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University of Houston chemist recognized for solvothermal research

Shiv Halasyamani wins Roy-Somiya Award from International Solvothermal and Hydrothermal Association

University of Houston

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IMAGE: Shiv Halasyamani, professor of chemistry at the University of Houston, is the 2014 recipient of the Roy-Somiya Award from the International Solvothermal and Hydrothermal Association. view more

Credit: Pathik Shah

HOUSTON, Oct. 28, 2014 - Shiv Halasyamani, professor of chemistry at the University of Houston, is the 2014 recipient of the Roy-Somiya Award from the International Solvothermal and Hydrothermal Association (ISHA).

The international award, given every two years, honors the work of a scientist under the age of 45. In announcing Halasyamani's selection, ISHA Council Vice President Richard Riman stated that Halasyamani's "career is on a rapidly moving trajectory that is destined to forge new boundaries in the field of solvothermal research."

David Hoffman, the chair of UH's Department of Chemistry, commented, "The Roy-Somiya Award is a great accolade for Shiv. It shows that his research is recognized and appreciated internationally by experts in his field."

Halasyamani will present his latest research at an invited lecture and awards ceremony during the ISHA Conference in Bordeaux, France. His presentation will address "Hydrothermal Synthesis of Functional Inorganic Materials."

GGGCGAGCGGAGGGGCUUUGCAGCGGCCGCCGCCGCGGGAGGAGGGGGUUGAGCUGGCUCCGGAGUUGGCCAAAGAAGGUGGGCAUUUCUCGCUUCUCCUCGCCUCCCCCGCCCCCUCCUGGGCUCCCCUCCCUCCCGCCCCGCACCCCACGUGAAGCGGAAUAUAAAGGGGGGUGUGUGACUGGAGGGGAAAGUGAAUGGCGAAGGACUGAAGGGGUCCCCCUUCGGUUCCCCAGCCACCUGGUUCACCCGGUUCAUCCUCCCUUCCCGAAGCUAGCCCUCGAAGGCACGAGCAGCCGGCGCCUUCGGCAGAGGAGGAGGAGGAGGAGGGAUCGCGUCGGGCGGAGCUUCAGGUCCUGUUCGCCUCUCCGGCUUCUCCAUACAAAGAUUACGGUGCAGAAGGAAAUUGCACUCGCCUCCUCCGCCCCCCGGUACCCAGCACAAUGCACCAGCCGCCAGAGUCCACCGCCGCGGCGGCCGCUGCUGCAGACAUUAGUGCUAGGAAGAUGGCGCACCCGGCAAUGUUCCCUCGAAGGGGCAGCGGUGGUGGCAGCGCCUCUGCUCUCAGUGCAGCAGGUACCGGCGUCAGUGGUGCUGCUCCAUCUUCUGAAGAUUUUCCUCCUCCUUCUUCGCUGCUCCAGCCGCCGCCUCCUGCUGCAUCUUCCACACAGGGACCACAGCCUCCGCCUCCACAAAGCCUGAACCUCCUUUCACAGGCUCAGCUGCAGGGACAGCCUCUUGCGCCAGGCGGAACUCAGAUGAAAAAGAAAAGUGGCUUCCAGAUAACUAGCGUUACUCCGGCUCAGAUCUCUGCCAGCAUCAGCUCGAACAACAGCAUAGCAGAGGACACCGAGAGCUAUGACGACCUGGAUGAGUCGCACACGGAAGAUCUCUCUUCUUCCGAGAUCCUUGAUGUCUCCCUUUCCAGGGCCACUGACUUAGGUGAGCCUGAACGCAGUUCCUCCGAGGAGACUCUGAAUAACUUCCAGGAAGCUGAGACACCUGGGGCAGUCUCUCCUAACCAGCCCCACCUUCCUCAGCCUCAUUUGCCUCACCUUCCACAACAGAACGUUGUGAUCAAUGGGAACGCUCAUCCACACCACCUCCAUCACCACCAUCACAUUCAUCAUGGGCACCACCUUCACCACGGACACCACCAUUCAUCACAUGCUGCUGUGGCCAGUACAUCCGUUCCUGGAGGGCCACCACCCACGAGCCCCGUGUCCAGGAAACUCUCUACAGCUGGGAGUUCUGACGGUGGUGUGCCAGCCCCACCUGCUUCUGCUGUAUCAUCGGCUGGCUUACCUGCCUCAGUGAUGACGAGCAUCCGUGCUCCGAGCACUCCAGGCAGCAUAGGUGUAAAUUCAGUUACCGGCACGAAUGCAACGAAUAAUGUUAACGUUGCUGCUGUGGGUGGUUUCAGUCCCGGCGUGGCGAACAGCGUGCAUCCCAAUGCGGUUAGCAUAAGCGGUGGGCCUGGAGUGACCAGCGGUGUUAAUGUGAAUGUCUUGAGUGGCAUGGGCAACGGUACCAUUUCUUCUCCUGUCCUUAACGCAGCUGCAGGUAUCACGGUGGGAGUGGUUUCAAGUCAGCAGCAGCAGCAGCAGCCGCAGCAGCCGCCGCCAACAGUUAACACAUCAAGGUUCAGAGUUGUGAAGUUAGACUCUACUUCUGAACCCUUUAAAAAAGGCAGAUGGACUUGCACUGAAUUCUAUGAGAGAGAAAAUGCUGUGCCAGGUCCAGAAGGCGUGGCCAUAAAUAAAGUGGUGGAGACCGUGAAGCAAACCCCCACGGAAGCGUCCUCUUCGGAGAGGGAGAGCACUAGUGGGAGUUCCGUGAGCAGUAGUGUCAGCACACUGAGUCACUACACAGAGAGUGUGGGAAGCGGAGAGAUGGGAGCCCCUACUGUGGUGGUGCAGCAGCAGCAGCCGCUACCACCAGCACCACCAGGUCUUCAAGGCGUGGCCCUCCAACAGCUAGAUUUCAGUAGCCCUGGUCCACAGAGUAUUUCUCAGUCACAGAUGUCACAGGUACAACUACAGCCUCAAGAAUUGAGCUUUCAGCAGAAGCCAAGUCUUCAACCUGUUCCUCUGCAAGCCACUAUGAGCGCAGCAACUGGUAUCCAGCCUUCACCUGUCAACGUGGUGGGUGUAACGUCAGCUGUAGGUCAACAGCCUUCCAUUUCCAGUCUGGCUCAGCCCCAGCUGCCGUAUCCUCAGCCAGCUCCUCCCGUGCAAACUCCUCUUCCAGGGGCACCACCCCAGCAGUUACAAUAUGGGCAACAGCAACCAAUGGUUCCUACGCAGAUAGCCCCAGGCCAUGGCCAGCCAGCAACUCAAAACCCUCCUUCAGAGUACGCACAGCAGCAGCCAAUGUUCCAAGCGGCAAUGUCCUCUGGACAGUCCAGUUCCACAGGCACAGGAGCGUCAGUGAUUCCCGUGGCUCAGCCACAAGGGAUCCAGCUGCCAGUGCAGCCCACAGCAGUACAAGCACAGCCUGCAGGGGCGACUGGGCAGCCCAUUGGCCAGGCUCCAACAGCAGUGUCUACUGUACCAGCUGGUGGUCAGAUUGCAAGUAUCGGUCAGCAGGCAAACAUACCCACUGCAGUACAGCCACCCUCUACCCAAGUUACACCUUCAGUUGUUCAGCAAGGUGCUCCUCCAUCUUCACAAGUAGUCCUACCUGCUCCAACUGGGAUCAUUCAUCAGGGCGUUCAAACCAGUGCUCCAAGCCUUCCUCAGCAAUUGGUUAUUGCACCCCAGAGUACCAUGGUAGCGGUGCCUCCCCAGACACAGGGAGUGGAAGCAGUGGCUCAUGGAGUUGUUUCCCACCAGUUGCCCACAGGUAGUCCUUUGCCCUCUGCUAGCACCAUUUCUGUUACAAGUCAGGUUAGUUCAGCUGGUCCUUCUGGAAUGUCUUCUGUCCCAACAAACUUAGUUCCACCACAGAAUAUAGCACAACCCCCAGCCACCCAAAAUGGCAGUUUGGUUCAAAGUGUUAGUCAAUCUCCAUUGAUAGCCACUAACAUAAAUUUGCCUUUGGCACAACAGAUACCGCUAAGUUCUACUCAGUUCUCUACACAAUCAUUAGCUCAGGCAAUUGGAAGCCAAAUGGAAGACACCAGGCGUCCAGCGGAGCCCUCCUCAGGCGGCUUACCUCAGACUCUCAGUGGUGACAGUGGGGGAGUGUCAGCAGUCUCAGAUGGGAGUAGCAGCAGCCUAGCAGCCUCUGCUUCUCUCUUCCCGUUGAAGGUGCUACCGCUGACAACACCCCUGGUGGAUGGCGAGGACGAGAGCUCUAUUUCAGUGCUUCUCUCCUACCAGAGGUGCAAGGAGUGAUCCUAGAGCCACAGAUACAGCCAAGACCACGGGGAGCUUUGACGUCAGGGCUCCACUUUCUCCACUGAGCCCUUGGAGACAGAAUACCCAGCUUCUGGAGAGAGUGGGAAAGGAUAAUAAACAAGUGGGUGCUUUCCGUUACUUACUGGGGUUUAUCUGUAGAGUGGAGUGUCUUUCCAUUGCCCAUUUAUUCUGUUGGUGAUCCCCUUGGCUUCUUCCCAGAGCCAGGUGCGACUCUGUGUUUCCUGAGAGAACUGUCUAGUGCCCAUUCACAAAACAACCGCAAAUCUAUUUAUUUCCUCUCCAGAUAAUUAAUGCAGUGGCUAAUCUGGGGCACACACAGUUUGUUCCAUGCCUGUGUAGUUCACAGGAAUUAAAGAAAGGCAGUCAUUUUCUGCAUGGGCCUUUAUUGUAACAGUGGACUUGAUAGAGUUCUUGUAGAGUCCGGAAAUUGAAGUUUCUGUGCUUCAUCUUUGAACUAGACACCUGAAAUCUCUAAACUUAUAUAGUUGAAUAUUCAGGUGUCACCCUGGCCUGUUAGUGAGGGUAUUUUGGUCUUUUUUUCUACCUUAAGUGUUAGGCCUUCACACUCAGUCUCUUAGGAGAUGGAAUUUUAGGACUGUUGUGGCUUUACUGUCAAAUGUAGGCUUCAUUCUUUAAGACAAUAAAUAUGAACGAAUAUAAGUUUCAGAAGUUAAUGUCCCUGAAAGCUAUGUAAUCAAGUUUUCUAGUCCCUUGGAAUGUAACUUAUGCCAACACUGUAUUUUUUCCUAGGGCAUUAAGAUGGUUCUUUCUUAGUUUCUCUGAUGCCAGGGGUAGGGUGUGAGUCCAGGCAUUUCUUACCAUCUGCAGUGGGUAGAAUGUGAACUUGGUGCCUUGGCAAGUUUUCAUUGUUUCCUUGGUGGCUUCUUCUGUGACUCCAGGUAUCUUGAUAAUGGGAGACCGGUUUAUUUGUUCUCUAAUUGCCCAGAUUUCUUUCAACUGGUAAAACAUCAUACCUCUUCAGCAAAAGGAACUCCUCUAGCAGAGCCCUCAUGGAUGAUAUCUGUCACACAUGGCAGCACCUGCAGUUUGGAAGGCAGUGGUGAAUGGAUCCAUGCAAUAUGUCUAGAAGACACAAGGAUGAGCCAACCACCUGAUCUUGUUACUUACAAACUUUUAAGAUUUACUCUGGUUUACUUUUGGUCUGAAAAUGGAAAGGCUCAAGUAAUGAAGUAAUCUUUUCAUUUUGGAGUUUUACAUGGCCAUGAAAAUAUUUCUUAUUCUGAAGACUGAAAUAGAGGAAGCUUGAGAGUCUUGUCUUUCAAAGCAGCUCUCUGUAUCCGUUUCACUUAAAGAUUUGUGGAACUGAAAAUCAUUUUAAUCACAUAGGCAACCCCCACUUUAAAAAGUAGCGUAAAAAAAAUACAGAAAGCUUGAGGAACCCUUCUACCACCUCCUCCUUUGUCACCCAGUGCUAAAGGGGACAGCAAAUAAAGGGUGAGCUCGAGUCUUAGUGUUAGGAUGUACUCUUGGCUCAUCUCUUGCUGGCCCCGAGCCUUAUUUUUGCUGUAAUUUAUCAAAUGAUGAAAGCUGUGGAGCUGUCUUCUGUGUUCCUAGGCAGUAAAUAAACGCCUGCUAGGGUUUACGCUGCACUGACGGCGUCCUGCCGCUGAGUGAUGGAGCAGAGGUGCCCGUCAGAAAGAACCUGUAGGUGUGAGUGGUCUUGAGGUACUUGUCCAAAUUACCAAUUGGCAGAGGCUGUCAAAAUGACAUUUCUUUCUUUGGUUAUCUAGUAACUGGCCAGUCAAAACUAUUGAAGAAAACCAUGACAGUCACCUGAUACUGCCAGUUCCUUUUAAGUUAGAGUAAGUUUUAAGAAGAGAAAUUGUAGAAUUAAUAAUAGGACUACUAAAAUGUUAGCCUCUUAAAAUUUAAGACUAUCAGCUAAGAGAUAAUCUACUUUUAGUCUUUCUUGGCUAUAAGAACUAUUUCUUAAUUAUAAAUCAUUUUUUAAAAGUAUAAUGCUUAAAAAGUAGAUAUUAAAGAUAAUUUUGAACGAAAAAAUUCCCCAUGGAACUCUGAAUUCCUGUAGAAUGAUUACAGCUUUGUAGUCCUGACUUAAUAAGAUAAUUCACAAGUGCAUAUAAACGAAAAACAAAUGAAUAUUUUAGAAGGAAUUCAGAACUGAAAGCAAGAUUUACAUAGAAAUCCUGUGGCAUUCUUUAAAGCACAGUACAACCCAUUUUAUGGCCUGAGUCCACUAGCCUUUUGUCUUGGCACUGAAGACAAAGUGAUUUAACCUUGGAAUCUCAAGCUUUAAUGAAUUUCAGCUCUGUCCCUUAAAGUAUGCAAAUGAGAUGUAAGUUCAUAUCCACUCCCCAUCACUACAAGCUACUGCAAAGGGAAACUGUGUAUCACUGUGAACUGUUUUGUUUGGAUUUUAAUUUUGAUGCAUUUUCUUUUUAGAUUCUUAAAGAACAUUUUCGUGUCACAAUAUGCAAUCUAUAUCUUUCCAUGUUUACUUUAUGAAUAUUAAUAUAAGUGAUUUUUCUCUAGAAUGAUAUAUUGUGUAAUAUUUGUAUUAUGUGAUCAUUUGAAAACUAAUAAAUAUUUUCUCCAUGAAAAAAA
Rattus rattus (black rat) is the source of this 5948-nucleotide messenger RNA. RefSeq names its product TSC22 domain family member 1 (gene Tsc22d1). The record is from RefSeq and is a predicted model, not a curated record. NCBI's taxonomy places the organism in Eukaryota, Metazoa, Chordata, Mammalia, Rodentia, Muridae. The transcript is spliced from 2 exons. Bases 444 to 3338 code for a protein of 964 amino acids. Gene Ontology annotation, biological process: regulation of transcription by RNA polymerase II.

Some of the Halasyamani Group's research focuses on the hydrothermal and solvothermal synthesis of new functional inorganic materials. The functionalities of interest include non-linear optical and multi-ferroic behavior. For both functionalities, new materials are necessary to fully understand the respective physical phenomena.

Non-linear optical (NLO) materials are used in laser technologies to generate wavelengths for which there are no common laser sources. Technologies for the detection of explosives and narcotics, for example, use terahertz devices, for which there are no readily available laser sources.

With multi-ferroic materials, the idea is that cross coupling could occur - an electric polarization induced by a magnetic field and/or magnetization induced by an electric field. This would allow, in principle, data to be stored electrically as well as magnetically.

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Editor's note: Story written by Kathy Major, College of Natural Sciences and Mathematics. High-resolution photo available to media upon request.

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